Recently the Food and Drug Administration approved the sale of a tobacco product, based on the premise that “it is less harmful to the population as a whole.” It was felt that this product category was a less toxic option for tobacco users. The approval process was at the behest of a Swedish company called Swedish Match who presented a total of eight new products known as Snus (all of which fall under the general category of Snuff) for approval. Since then, Snus has become the most popular tobacco product in Sweden.
Most people assume that smokeless tobacco is a good alternative to cigarettes—especially for individuals those who want to wean themselves from smoking.
Results from a new study done by the U.S. government actually showed, that users of smokeless tobacco are actually exposed to higher levels of nicotine, as well as other cancer-causing chemicals.
In order to appreciate these specific research findings, you have to understand the nature of what was measured in the study. Nicotine is the compound delivered and providing pleasure when one uses smokeless tobacco, but this is not the carcinogen that is being evaluated. The carcinogen being evaluated is nicotine-derived nitrosamine ketone (NNK).
NNKs are the end product of nicotine that the person is exposed to, through a series of possible chemical reactions. It forms when the tobacco leaves are exposed to a light, or during the synthetic process that occurs when an individual uses smokeless tobacco, or NNKs can form internally in certain people, due to predetermined enzymes that metabolize nicotine in a very specific way. NNKs cause cancer by activating signaling pathways in certain individuals, which then stimulate uncontrolled growth of cells. This results in tumor formation. These signaling pathways have been the subject of extensive research in cancer, in an effort to try to identify individuals who might be susceptible to some types of cancerous tumors, particularly breast cancer and colon cancer.
A study out of The University of Minnesota published in the journal Cancer Prevention, analyzed data from 391 individuals who used different smokeless tobacco brands. The researchers measured urine levels of biomarkers of NNKs and nitroso nicotine (NNNs), another type of carcinogen. The levels found correlated with the number of years of daily use, number of tins used per day, and mean dip duration. There was a significant increase in levels of these markers in the study participants. At a later date, the principal investigator actually went on to be an expert witness during FDA hearings, testifying in opposition to allowing smokeless tobacco to have labels suggesting that they are less harmful than standard nicotine products.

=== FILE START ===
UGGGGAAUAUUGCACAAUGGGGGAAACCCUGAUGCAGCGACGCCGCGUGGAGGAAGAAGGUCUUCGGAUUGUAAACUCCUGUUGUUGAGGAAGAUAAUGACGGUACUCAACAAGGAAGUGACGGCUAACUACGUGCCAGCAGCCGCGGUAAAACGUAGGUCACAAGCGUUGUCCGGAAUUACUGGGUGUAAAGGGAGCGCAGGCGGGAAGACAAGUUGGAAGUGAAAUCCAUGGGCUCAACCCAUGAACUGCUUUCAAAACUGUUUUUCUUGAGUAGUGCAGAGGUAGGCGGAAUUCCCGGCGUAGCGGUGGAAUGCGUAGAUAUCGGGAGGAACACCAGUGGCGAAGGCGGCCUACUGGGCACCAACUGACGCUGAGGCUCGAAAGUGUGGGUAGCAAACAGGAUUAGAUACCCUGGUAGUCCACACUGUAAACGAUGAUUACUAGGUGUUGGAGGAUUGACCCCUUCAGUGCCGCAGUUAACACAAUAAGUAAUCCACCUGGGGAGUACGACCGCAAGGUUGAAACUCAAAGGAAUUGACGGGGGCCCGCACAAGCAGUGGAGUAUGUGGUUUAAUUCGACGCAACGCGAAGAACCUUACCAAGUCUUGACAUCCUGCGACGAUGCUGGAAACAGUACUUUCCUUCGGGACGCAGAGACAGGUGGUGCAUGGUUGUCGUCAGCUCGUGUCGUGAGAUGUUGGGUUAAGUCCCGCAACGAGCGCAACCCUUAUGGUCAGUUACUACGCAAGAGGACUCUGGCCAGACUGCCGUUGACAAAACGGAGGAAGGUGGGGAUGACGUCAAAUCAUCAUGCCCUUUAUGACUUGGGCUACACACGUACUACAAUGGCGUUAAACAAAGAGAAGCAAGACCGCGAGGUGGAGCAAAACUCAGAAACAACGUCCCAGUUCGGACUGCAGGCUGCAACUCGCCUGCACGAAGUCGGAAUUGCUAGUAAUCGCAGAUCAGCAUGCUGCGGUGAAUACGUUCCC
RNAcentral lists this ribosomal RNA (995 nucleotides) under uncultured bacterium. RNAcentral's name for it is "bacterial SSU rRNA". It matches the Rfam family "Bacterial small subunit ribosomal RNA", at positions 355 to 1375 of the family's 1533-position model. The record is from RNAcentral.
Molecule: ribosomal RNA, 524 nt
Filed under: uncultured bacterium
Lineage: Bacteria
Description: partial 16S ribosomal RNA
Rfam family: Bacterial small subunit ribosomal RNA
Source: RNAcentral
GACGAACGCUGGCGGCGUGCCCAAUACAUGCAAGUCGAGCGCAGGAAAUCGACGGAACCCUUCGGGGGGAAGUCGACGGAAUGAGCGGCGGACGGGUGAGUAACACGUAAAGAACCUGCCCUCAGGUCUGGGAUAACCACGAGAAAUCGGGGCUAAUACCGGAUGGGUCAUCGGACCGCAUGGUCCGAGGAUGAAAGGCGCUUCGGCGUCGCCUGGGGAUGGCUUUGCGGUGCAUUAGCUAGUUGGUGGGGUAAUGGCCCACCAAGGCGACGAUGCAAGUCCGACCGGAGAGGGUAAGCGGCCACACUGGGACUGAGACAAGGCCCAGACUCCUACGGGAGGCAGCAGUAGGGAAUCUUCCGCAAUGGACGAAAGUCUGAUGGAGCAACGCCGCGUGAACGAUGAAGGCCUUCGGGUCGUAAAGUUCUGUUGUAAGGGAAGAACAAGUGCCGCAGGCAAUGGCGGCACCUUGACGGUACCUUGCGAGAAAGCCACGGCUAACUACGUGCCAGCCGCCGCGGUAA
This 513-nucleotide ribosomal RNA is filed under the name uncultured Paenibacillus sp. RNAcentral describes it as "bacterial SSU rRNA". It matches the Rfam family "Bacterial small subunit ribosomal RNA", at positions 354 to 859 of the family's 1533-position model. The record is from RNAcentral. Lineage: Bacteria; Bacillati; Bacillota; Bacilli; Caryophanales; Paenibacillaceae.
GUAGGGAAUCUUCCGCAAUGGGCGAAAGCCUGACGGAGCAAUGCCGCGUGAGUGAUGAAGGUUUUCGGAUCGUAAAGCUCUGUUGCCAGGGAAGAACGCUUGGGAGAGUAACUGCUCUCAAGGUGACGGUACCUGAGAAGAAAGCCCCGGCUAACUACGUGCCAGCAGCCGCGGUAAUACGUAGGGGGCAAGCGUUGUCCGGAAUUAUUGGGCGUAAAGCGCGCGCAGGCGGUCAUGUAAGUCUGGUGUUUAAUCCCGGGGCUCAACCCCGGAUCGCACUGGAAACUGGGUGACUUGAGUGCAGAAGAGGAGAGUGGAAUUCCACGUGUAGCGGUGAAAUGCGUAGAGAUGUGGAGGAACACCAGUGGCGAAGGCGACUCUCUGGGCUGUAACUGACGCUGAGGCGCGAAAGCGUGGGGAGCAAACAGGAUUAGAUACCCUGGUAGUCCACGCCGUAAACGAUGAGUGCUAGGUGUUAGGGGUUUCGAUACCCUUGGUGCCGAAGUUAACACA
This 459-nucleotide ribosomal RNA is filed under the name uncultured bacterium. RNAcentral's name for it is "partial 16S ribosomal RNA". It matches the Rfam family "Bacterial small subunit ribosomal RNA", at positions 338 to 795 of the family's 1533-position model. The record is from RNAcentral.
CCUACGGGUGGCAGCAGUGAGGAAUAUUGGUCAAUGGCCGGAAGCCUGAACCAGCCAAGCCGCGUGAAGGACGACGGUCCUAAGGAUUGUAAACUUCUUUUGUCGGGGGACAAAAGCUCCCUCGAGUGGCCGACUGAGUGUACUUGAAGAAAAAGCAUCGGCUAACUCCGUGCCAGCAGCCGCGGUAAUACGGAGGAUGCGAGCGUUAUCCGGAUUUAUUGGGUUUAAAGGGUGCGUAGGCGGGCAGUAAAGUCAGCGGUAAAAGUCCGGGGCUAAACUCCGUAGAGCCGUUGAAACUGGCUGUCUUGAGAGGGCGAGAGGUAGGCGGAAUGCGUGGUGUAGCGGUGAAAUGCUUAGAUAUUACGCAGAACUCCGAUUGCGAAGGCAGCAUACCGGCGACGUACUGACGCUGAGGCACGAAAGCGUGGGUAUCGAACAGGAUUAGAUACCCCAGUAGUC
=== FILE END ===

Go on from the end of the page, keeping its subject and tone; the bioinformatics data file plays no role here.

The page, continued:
Other substances that should be of concern
Propylene glycol and flavoring chemicals have been known to produce irritation in the airways of the lungs that differs from the type of irritation caused by regular cigarette smoke. In the case of these other irritants, the ongoing inflammation persists after cessation of exposure and that can lead to permanent scarring in the airways.
The dangers of using smokeless products
Among individuals who use tobacco products, the dangers come from more than just the effects of smoke exposure. As snus products demonstrate, it is the nicotine and the by-products from nicotine that are of great cause for concern as well. It’s also important to realize that the cancer-causing chemicals are just one aspect of concern. Of equal concern are the addictive properties of these smokeless snus products. Those addictions come in the form of inhaling the smoke, inhaling the vapor, putting snuff in the upper lip and holding it there for hours at a time, or chewing the leaves. All these addictive behaviors result in the chemical being absorbed and NNKs or NNNs being absorbed. Consumers need to be aware of the dangers of these so-called “safer” products.
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Eli Hendel, M.D., is a board-certified internist/pulmonary specialist with board certification in Sleep Medicine. An Assistant Clinical Professor of Medicine at Keck-University of Southern California School of Medicine, and Qualified Medical Examiner for the State of California Department of Industrial Relations, his areas include asthma, COPD, sleep disorders, obstructive sleep apnea, and occupational lung diseases. Favorite hobby? Playing jazz music. Find him on Twitter @Lung_doctor.